Gábor Berend and Richárd Farkas from Hungary deal with the task of extracting keywords or key phrases from a large amount of documents. Such keywords, which are the most important words or phrases across all documents in the set, can, for example, meaningfully describe the contents of a large document collection for the user. Berend abd Farkas show that the quality of the task of extraction of keywords from a large collection crucially depends on the quality of extraction of keywords describing each single documents.

Ludovic Jean-Louis, Michel Gagnon, and Eric Charton from Canada, in their turn, address the quality of extraction of keywords from a document. They show how general encyclopedic knowledge extracted from Wikipedia can help in determining the importance and novelty of words and phrases in the text. They also personalize the keyword sets extracted from documents basing on the preferences of a specific user.

The next three papers belong to a very active area of research related with opinion mining, sentiment analysis, and analysis of social networks—topics that recently experiences a boom of interest from business, industry, and governmental bodies. Numerous applications of such research help companies understand the customers' opinions about their products, help users to make well-informed buying decisions, and help governmental bodies and political parties realize the effect of their actions and public opinion about their programs and candidates, which leads to better income businesses, better quality of life for consumers, and better democracy for citizens.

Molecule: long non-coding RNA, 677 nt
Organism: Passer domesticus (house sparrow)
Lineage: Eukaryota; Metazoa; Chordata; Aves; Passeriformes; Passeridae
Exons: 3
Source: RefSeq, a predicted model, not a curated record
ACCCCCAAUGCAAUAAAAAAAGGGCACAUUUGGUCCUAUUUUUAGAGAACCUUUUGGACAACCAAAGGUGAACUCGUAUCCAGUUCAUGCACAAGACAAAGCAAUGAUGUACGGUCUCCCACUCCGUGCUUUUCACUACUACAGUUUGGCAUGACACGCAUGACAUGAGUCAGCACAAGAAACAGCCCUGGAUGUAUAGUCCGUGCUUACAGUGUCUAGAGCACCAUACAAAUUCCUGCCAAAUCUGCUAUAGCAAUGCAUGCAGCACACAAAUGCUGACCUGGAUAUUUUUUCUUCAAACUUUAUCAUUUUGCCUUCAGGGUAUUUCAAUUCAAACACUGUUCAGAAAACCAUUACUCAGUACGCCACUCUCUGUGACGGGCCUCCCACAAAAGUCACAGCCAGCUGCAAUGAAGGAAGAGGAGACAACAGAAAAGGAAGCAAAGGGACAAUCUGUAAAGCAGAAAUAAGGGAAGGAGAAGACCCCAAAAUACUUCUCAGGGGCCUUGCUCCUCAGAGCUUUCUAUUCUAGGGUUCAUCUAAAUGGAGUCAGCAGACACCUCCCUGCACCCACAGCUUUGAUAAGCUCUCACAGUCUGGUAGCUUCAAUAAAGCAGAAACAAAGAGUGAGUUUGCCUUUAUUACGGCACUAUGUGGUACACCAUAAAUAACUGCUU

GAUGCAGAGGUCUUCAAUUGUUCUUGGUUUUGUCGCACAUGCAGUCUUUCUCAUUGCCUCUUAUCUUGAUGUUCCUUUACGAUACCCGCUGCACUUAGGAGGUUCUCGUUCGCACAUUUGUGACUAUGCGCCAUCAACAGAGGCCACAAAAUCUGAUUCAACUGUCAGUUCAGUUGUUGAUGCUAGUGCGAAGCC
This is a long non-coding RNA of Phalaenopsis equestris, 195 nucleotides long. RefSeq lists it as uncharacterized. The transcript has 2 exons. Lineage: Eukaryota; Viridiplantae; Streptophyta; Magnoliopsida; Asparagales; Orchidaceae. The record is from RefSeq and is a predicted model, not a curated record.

Narendra K. Gupta from the USA presents a method for extracting from Twitter messages phrases that describe problems with products or services. Using this information a company can improve the quality of its products and services by addressing the problems people note and mention in Twitter messages. Gupta shows that for this task simple statistical machine learning methods outperform expensive approaches based on manually crafted rules.

Ali Balali, Hesham Faili, Masoud Asadpour and Mostafa Dehghani from Iran address the problem or re-constructing the thread structure in sets of user-contributed comments on company's webpages or in blogs: which messages were independent and started discussions, and which messages were replies or reactions on which other messages. This information is usually not available from the website, or is even not known to the hosting site: the users just add comments, in which they argue with, or reply to, previous posts without explicitly specifying this. However, knowing this structure is crucial for understanding the meaning of the conversation. Once more Balali et al. show that statistical machine learning methods perform well for the task.

Rachel Cotterill from the UK discusses the possibilities of revealing the structure of the relationships between people in social networks, such as identifying informal leaders and followers, influential people and their areas of influence. Traditionally only metadata of the social network messages have been used for this task. Cotterill shows how to use the full text of the messages in a social network to improve the accuracy of such analysis.